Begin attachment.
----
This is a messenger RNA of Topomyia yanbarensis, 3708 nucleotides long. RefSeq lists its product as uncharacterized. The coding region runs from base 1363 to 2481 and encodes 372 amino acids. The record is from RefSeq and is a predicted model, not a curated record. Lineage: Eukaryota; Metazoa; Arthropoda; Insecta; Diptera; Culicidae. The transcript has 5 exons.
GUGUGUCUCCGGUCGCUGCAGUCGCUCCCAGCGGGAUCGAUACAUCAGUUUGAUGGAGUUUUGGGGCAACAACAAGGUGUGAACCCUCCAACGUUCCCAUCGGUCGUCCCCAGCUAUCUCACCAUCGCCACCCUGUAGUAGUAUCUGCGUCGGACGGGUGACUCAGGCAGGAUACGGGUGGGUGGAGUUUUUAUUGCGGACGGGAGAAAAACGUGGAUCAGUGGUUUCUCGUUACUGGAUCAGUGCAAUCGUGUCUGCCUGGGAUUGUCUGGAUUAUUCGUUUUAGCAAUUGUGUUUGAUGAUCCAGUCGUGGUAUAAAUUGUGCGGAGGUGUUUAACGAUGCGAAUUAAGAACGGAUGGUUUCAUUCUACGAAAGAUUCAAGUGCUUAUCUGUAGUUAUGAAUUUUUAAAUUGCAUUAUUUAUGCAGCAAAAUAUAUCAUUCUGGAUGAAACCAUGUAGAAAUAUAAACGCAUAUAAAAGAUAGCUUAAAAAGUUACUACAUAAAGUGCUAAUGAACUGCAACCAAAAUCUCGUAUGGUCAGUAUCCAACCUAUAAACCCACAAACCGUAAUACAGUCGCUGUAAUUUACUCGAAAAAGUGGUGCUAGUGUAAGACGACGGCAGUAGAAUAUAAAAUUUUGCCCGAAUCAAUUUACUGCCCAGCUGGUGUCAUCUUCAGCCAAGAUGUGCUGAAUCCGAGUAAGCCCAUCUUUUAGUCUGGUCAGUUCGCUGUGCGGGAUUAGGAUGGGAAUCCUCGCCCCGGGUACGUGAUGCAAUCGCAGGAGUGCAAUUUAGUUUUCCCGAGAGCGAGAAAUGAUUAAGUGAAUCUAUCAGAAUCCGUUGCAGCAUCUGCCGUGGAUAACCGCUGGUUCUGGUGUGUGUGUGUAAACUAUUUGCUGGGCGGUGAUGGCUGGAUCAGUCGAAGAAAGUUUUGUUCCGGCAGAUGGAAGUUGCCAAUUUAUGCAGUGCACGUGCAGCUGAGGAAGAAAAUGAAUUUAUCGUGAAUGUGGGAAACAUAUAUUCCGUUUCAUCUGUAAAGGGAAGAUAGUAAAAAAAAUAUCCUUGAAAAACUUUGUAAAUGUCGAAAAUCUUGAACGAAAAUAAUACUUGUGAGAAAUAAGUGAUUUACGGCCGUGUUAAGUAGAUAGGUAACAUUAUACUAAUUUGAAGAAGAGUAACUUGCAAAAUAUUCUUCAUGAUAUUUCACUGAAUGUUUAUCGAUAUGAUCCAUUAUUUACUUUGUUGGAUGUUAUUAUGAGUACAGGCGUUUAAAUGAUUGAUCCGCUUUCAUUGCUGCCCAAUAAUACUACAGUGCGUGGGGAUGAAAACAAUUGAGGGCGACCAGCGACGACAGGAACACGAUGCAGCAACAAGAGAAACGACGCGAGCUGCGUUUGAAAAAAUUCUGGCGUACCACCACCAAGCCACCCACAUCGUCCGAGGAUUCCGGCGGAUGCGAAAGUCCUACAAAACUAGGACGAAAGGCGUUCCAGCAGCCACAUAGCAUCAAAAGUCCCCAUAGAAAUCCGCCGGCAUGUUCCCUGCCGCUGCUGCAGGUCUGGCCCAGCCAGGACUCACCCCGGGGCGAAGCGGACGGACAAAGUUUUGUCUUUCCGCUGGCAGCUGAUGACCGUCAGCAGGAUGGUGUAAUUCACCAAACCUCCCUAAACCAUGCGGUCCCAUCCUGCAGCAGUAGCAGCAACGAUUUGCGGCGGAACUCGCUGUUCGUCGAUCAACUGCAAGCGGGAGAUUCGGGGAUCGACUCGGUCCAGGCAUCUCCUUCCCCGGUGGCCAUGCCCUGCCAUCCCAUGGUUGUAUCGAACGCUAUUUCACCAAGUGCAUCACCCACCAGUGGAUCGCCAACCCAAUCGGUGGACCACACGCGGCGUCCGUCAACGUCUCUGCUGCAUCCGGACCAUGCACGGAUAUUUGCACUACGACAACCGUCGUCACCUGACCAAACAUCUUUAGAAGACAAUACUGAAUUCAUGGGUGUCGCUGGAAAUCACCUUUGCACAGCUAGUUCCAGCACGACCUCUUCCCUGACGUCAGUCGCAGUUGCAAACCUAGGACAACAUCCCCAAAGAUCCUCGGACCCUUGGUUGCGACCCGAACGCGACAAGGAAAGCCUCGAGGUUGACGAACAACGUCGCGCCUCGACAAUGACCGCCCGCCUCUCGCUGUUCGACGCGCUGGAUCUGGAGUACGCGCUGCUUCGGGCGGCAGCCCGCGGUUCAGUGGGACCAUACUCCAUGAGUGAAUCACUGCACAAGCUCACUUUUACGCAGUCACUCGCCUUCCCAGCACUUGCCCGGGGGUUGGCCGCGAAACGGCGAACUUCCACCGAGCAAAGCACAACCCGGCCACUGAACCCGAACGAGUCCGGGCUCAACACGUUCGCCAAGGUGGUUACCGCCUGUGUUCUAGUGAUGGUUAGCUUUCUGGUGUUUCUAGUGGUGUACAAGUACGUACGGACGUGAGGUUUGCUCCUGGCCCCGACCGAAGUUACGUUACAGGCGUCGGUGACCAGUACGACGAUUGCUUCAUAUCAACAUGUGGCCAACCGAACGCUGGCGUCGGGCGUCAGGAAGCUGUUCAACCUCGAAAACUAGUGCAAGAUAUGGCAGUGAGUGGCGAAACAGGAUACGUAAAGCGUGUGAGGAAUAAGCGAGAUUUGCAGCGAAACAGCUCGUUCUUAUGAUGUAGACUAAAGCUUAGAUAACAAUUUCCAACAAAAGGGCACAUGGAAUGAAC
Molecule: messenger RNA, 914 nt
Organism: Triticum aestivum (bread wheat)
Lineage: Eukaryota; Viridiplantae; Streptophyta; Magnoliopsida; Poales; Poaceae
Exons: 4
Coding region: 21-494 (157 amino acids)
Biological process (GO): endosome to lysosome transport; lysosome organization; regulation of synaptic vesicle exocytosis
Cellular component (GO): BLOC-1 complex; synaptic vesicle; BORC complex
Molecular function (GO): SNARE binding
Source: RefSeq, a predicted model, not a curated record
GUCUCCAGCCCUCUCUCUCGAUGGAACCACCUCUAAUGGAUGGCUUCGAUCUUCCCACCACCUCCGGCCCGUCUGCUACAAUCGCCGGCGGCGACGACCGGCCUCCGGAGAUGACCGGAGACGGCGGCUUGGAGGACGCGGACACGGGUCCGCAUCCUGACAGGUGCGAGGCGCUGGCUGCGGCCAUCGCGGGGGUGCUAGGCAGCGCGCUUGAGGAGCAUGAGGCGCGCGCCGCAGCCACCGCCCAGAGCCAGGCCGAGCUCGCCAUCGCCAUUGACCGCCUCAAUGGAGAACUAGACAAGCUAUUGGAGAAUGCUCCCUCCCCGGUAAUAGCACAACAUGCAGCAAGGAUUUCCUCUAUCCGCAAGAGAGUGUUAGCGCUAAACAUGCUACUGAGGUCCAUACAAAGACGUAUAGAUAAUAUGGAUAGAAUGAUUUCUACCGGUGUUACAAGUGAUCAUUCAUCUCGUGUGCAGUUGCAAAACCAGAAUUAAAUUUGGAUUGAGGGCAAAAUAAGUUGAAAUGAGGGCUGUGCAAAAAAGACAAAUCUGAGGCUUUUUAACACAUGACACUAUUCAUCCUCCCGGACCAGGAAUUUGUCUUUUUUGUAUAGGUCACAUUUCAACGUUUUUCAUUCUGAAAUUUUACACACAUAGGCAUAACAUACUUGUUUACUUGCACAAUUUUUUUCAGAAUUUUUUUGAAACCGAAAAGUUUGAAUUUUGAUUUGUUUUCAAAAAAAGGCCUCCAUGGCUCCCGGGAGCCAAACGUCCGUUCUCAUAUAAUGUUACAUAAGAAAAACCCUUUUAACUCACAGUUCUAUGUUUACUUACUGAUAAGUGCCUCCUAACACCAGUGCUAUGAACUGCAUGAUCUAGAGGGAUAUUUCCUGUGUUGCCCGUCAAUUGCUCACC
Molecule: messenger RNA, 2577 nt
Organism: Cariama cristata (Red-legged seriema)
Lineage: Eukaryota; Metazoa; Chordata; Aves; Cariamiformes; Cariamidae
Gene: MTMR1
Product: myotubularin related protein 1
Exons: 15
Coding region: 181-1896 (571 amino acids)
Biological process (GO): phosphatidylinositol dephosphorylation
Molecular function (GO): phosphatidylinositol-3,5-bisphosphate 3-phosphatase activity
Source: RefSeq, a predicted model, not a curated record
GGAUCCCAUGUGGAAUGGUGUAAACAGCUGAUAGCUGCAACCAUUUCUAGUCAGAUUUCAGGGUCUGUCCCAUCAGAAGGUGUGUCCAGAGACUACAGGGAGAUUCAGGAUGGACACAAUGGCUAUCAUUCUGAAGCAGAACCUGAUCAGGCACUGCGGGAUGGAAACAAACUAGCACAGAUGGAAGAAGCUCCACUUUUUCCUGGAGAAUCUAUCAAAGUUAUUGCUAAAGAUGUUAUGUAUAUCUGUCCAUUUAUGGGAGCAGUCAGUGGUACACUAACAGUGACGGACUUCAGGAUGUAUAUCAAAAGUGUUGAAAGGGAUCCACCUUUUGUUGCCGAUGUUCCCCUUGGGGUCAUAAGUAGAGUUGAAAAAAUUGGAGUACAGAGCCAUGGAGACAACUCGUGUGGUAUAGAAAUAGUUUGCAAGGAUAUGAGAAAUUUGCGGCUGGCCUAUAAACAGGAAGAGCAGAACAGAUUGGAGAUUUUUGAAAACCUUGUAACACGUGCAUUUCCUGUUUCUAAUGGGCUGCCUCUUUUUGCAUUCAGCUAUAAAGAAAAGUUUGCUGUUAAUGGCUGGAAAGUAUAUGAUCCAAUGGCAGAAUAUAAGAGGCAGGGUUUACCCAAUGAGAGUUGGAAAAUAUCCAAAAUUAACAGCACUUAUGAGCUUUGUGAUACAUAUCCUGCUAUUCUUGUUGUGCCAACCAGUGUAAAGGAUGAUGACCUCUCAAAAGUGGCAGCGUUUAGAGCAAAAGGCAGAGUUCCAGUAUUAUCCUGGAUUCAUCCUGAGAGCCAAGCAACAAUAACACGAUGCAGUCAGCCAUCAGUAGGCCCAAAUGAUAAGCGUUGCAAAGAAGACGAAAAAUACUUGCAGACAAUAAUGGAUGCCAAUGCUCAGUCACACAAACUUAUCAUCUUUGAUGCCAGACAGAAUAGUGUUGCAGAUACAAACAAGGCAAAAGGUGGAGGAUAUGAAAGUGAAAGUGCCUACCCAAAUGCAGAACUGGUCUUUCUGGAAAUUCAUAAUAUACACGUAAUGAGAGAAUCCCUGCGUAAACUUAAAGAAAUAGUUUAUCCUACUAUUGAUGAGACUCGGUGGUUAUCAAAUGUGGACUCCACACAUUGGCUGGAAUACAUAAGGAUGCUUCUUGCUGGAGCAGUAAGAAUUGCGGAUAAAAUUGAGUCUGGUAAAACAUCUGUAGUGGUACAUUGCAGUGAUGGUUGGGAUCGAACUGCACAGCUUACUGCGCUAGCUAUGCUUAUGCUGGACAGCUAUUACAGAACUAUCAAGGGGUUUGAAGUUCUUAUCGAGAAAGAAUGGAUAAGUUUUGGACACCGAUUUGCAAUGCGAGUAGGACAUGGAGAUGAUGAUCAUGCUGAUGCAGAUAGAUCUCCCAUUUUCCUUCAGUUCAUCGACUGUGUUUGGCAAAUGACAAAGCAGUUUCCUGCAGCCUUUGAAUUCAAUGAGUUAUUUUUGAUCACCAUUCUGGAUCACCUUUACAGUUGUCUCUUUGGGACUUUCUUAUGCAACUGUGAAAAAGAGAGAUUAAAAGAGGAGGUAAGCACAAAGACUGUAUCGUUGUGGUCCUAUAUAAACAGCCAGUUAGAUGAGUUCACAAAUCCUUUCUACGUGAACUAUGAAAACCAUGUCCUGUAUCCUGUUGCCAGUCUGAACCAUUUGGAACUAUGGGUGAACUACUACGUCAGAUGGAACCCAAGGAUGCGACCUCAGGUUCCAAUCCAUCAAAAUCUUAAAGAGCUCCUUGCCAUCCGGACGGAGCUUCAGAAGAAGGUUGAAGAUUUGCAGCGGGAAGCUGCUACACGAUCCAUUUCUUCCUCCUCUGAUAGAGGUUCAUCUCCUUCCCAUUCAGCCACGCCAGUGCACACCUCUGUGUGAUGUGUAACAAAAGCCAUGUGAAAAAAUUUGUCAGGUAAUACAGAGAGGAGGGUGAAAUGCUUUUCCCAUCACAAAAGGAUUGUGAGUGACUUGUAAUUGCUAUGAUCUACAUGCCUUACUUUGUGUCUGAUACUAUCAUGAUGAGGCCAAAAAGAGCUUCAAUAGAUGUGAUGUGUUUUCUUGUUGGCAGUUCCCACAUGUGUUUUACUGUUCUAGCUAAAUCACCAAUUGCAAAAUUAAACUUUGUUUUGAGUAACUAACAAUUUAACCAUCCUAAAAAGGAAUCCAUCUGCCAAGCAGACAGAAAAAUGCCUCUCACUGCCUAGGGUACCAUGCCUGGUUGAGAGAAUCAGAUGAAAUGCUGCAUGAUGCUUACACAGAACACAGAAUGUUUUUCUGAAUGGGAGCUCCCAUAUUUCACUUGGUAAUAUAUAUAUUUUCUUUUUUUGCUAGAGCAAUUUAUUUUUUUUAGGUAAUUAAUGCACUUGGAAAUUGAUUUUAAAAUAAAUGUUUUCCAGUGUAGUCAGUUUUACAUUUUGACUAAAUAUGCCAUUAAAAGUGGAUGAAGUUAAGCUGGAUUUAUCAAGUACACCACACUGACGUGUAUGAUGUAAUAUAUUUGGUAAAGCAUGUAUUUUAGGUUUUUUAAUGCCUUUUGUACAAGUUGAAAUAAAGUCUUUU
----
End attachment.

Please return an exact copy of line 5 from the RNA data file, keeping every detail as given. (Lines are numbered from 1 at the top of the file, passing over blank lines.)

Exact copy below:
Lineage: Eukaryota; Viridiplantae; Streptophyta; Magnoliopsida; Poales; Poaceae